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  • Bailey Pulliam

UofL innovators selected for inaugural National Academy of Inventors honor

MARCH 11, 2024


Four University of Louisville innovators have been selected by the prestigious National Academy of Inventors (NAI) for its 2024 class of Senior Members. 


NAI Senior Members are active faculty, scientists and administrators who have demonstrated remarkable innovation producing technologies that have brought, or aspire to bring, real impact on the welfare of society. They also have growing success in patents, licensing and commercialization, while educating and mentoring the next generation of inventors.


“Recognition from NAI is a tremendous accomplishment, and we are extremely proud of these UofL innovators,” said Jon Klein, interim executive vice president for research and innovation. “The research-backed technologies they are developing have the potential to diagnose, treat and cure disease and improve the way we live and work. I look forward to seeing them continue to develop these innovations into practical solutions to real world problems.”



The four inventors selected from UofL, from left, and the only ones from Kentucky, are: 

  • Thad Druffel, J.B. Speed School of Engineering and the Conn Center for Renewable Energy Research. Druffel’s work focuses on solar power, including via his startup, Bert Thin Films, which is commercializing a technology meant to make solar power more accessible. 

  • Nobuyuki Matoba, School of Medicine. Matoba’s work focuses on tackling devastating diseases, inflammatory bowel disease and cancer, through new vaccines, immunotherapeutics and treatments that leverage protein engineering and plant-based biotechnology. For his work, Matoba was named UofL’s 2023 Innovator of the Year

  • Thomas Roussel, Speed School. Roussel focuses on microfabricated/COTS sensor technologies and custom instrumentation, all in support of the development of analytical techniques for environmental studies, orthopedic and rehabilitation platforms, as well as biomedical diagnostic applications.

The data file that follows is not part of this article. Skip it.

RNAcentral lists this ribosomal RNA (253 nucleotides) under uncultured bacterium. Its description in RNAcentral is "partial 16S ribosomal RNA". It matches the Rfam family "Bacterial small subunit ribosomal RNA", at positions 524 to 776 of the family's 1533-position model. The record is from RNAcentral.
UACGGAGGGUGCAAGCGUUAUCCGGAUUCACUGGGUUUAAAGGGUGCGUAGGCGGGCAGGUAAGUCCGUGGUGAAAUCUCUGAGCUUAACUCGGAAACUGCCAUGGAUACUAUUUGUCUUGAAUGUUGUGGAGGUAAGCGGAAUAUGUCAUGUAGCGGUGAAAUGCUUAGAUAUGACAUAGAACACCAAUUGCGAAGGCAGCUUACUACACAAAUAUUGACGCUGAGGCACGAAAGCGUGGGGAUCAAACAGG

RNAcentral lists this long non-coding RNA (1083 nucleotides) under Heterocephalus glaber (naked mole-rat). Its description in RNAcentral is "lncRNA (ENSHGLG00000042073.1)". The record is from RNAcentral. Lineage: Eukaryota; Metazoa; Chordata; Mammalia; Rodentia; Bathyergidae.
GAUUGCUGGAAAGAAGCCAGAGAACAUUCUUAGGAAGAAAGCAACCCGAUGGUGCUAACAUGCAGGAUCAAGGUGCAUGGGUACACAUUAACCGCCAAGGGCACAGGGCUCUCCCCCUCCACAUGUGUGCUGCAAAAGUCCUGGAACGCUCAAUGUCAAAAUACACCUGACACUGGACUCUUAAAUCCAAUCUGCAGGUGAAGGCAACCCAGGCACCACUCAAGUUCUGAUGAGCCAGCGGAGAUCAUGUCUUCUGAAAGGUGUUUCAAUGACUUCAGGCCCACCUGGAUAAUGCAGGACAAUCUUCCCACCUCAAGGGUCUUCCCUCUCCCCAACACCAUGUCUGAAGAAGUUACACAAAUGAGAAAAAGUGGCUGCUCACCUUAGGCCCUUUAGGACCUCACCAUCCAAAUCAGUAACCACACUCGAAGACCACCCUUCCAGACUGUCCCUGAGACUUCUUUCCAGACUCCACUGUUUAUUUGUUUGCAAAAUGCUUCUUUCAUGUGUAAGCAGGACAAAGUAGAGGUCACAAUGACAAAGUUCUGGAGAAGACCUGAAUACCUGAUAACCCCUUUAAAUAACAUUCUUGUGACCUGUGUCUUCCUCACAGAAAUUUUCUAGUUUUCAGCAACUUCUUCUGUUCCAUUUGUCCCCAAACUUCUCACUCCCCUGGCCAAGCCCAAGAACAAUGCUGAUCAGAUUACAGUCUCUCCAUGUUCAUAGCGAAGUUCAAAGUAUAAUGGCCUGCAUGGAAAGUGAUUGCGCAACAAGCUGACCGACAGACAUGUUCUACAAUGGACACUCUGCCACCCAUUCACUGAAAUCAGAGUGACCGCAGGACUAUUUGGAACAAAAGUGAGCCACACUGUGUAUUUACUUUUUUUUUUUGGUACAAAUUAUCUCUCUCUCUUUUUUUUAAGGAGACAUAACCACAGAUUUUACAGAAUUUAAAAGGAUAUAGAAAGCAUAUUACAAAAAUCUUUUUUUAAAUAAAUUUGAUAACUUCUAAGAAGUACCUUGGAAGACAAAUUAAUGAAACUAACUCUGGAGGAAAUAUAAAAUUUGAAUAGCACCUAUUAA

• Jagannadh Satyavolu, Speed School and the Conn Center. Satyavolu has a way to leverage spent bourbon stillage to make greener energy solutions and other products, including through his startup, BioProducts LLC. 


UofL and its Office of Research and Innovation provide robust support for inventors working to develop and commercialize the technologies emerging from their research, including intellectual property protection, entrepreneurial coaching and product development grants and training. The goal is to translate academic research into products that can save and improve lives. 


In the past fiscal year, UofL was awarded 38 new patents, secured 11 licenses, launched three new startups and brought in a total of $1.4 million in innovation income, including patent royalties and licensing. Over its 25-year history of commercializing research, UofL has been awarded more than 350 U.S. patents, formed nearly 50 startups still in operation and has created countless new products and services positively impacting people here and beyond. For those successes, UofL ranks among the NAI’s top 100 universities in the country for patents awarded. 


“This year’s class of Senior Members is truly a testament to…what happens when the academic space encourages and celebrates invention and commercialization,” said Paul R. Sanberg, President of NAI. “We are proud to welcome these outstanding academic inventors to the Academy and look forward to supporting and celebrating them as they continue in their innovation journeys.”


UofL researchers can begin their inventor journey here, and industry interested in licensing UofL IP can find a full listing of available technologies here.  

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